You know, it seems like every week when I launch into researching these Historical Tidbits for you, I hear Al Fleming’s great quote in my head, ”In Warren County, we live in the originals.” And it seems that we also have a lot of “other” originals in and about our communities that remind us of our rich history. That thought opens our story this week, the story of Warrenton’s historic Plummer Hook & Ladder Company, a local, statewide and arguably a national treasure.
The Plummer Hook & Ladder Company was the first fire company founded in Warren County and is known as the longest continuous serving black fire company in the state of North Carolina. How appropriate that a group of 12 men came together in 1868 to form this company of volunteers. See, if you read through any history of the 19th century, it seems like fire is just an accepted part of everyday life. Educator John Graham lost at least one house and one school to fire, the Mordecai School burned, Warrenton had two downtown fires in the late 1800s that decimated a number of businesses. Even in doing my own genealogy research I found that great-grandparents on both Mother and Daddy’s sides of the family lost no fewer than three homes/stores each to fire.
So just after the end of the Civil War, John S. Plummer gathered a group of prominent African-American landowners and businessmen together in order to provide protection from fire for their homes and businesses and those of other residents of Warrenton. With the exception of the Old Brick Store built in 1835 at Main and Market streets, virtually every other structure in town was wood frame construction. In tribute to Warrenton’s pioneers, Mike Legeros of Raleigh notes on his website: “To be a Plummer is to be a fireman. From the day of its inception, the Warrenton Fire Department has always had a Plummer on its roles. John S. Plummer, the first chief of Warrenton, served for 25 years as president of the state organization. Baker Plummer, who was born in1881. Served for 67 years as a fireman…”
The original 1868 charter laid out their mission as “more united action in the extinguishment of fire in the town of Warrenton.” There was just one drawback—neither the town nor the state provided any money for this “united action.” So these 12 men improvised. Oil cans were free, so those became their “buckets” for a brigade; ladders were personally owned; to sound the alarm at first, these volunteers would simply shout “Fire” as loud as possible towards their neighbor, who passed along the alarm, then later added a bell on a wooden stand next to the courthouse; and since the town had no water supply, they depended on two community wells on the courthouse grounds.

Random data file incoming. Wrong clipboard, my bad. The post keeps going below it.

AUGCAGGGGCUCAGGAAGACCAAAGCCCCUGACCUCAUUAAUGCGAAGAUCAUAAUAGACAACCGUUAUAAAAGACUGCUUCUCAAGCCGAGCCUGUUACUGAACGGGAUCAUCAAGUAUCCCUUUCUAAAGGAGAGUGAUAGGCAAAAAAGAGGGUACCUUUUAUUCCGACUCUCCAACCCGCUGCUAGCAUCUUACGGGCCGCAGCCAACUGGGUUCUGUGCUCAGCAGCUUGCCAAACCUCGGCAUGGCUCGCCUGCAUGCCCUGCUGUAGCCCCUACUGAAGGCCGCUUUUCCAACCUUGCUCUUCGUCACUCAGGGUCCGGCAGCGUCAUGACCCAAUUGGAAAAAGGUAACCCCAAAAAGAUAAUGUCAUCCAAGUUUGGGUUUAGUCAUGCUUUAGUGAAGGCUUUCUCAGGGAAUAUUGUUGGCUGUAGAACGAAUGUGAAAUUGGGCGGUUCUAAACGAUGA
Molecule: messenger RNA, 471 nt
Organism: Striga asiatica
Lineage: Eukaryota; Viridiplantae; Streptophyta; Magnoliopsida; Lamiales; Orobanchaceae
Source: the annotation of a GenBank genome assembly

Our “originals” — the original tools and treasures of this fire department — can still be found right here in Warrenton and Raleigh. Company member Jimmie Ransom and his brother gave the company speed when they built the first wagon to carry the ladders, hooks and buckets to the fires. Accounts note that this wagon was a huge help to the firemen in carrying equipment, even though for some years no horse was available, so the members pulled the wagon with sheer manpower. You can see this original wagon at the N.C. Museum of History in Raleigh, donated by the town of Warrenton in 1976 along with other artifacts.
The reminders of these volunteers’ bravery and dedication are also spread throughout Warrenton, in plain view. Ever notice the bell in front of the courthouse? That’s the original bell that stood between the company headquarters on Market Street and the courthouse and still holding a place of honor on the Square. If you’d like to see some original helmets, classic pictures and logs from the Plummer Hook & Ladder Company, stop by the Armory, where two display cases hold these treasures until a permanent home can be secured for them. And finally, stop by the company’s final home, in the “old” (soon to be the new again) Town Hall at Market and Bragg streets. A museum is in the works, but you can peer through the garage door windows and see the company’s second fire truck, a 1938 Ford engine. It is my personal hope that as the renovations begin on Town Hall it re-lights the spark to open the permanent museum so that all of us can see the story of the brave, dedicated men of the Plummer Hook & Ladder Company.
Like to help the Plummer Hook & Ladder Historical Society and the museum tell this unique story? Call Warrenton Town Hall at 252-257-3315 or mail the Society at P.O. Box 281 Warrenton, NC 27589.
Wherever you turn in Warren County we have a jewel.
Historical Tidbits is a project of The Chamber of Commerce of Warren County and written by Chamber Director Craig Hahn. To suggest a topic on Warren County history, email email@example.com.